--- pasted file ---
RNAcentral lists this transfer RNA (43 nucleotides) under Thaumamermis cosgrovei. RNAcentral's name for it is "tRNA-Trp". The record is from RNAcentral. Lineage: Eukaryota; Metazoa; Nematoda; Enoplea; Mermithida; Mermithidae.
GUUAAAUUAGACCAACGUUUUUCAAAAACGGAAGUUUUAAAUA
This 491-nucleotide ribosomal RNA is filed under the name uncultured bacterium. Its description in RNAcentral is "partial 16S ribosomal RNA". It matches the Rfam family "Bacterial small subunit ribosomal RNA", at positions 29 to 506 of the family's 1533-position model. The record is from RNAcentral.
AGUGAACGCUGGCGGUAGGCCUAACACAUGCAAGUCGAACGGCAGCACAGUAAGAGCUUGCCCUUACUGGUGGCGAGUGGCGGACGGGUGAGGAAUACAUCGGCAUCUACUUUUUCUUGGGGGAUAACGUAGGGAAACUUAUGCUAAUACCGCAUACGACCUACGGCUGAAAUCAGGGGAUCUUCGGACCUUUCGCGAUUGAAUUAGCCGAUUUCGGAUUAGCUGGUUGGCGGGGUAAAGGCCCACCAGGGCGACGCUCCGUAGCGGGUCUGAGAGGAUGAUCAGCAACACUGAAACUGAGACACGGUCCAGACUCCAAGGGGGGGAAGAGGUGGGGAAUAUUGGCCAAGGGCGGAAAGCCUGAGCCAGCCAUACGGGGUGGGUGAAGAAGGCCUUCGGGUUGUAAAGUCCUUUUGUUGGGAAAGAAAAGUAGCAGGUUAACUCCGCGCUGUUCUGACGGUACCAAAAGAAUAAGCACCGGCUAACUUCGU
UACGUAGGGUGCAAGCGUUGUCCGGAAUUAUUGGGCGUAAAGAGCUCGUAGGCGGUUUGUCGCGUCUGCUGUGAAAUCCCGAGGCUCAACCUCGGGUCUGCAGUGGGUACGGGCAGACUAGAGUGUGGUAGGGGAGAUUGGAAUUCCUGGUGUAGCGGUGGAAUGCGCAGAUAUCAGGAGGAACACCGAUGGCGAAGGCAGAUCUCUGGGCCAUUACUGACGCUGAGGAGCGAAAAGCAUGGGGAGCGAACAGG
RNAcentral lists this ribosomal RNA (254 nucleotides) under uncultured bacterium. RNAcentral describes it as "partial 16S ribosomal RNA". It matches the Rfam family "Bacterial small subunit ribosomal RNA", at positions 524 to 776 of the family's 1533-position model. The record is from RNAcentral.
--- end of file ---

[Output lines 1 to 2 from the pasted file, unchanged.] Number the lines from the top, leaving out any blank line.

RNAcentral lists this transfer RNA (43 nucleotides) under Thaumamermis cosgrovei. RNAcentral's name for it is "tRNA-Trp". The record is from RNAcentral. Lineage: Eukaryota; Metazoa; Nematoda; Enoplea; Mermithida; Mermithidae.
GUUAAAUUAGACCAACGUUUUUCAAAAACGGAAGUUUUAAAUA